JOE’S F4F “WILDCAT” part of the Cactus Airforce
Then captain, Marine F4F “Wildcat” pilot, Joe Foss, the Marine Ace of Aces!
I met Joe Foss in 1990 when he spoke at Ann Faught’s services. Buddy would follow her two years later. I remember some great fly fishing jaunts with Buddy and Ann.
Buddy Faught was one of the founders of Challenger Airlines that merged with Monarch and Arizona Airways to become Frontier Airlines. My wife, Cheryl, was a stewardess, and I was a pilot for Frontier. Aviation shrunk the world in so many ways.
Joe Foss and I became good friends and saw each other often. Many times he would invite me in for coffee and “war stories!” He too wrote a book Proud American about his life as a Marine fighter pilot along with the rest of his storied life. Joe was awarded both the Distinguished Flying Cross and the Medal of Honor. A major in the Marine Corps, Joe became a Brigadier General in the Air National Guard.
I was president of OX-5 & Silver Wings of Arizona for a decade. Every year I would call on Joe and DeDe Foss to give a talk at one of our gatherings. Every year they’d show up. Every talk was from the hip – no notes. Every talk was different from the one before. Joe Foss was one of the most amazing men I’ve ever known.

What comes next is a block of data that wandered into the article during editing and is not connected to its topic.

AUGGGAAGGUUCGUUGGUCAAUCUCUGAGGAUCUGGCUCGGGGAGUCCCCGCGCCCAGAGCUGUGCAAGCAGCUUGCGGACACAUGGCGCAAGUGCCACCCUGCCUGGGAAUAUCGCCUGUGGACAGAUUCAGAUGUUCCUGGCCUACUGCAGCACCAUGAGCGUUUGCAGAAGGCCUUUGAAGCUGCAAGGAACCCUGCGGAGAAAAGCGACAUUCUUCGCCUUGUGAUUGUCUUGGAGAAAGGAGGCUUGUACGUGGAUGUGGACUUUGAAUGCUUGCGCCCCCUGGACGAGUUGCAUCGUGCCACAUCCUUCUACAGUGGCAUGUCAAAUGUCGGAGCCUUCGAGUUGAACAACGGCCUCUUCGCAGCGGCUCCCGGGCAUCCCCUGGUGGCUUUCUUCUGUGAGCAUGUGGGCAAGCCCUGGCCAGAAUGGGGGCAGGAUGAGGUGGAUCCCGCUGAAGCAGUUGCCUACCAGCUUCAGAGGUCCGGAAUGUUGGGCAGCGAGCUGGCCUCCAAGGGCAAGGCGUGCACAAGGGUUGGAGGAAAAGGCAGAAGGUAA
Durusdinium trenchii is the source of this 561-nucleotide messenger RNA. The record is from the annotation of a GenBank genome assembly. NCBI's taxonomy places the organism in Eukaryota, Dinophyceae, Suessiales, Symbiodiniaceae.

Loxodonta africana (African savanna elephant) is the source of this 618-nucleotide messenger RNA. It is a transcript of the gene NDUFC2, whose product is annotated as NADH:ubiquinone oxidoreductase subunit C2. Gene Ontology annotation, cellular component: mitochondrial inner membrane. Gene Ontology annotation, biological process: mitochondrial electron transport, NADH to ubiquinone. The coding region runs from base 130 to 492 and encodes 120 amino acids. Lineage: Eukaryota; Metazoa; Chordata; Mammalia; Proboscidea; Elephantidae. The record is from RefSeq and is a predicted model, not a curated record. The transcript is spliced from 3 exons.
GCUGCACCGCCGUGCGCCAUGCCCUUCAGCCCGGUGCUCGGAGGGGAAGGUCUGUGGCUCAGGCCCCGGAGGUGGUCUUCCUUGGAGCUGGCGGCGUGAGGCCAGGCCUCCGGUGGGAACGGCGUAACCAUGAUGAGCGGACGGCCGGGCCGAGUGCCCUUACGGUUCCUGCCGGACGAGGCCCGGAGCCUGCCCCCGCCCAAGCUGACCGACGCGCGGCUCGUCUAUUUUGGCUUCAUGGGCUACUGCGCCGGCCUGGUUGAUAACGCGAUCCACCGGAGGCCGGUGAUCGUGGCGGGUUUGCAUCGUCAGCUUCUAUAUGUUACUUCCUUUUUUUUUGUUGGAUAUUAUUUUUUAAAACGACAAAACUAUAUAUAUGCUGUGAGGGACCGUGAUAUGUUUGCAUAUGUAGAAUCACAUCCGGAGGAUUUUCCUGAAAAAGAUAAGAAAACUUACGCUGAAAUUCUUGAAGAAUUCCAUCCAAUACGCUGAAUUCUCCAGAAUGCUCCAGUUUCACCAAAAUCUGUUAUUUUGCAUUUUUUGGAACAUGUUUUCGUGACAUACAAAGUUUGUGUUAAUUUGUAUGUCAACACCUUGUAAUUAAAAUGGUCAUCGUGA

In fact, Joe Foss accomplished so much; a single volume might not be enough! He is, of course, known for being the Marine “Ace of Aces” and, after the war, being the founder of the South Dakota Air Guard, then two-time governor of the state, then commissioner of the American Football League, President of the National Rifle Association, Host on two television sports shows, along with a plethora of additional accomplishments.
One of those is the institute he formed to educate young people about our rich patriotic history that has been fading thru those teachers who’ve forgotten how it is we have the freedoms we, as US citizens, enjoy. I will have a separate story about Joe Foss Gone West at 85 January 1st, 2003.
BACK TO THE WALKER BUNCH’S WYOMING STORY…
THE SARATOGA INN
The Saratoga Inn had been built in 1949 and open to the public in June of 1950. It was designed as a resort offering gambling, fishing, and hunting. The day the doors opened, Wyoming shut down legalized gambling! This put a severe crimp on the Walker Brothers’ plans. To make things worse, our family had some six thousand sheep when the market collapsed in 1953! OUCH!
I never cared much for sheep, or “woolies” as we called them. My preference was and is horses and cattle. In my view, sheep are towards the bottom of the animal intellect scale! They’d try to bunch at the corner of a fence line instead of going thru the gate opened for their traveling convenience. Above is a rare exception.
We had two Basque sheep herders. Nice quiet fellows and amazing cooks using a dutch oven at their sheep-wagon sites. Some unbelievable culinary delights were produced amongst the sagebrush. Even the fried mini-Rocky Mountain Oysters were delectable. The Basques had the sheep-wagon, a gun, and a dog. It was astounding how well they managed all those sheep with so little at hand. I don’t remember any losses to coyotes during their watch. To counter boredom as they kept watch of their flock, they would pile rocks on top on one another until a “Sheep Herder’s Monument” stood prominently for all to see.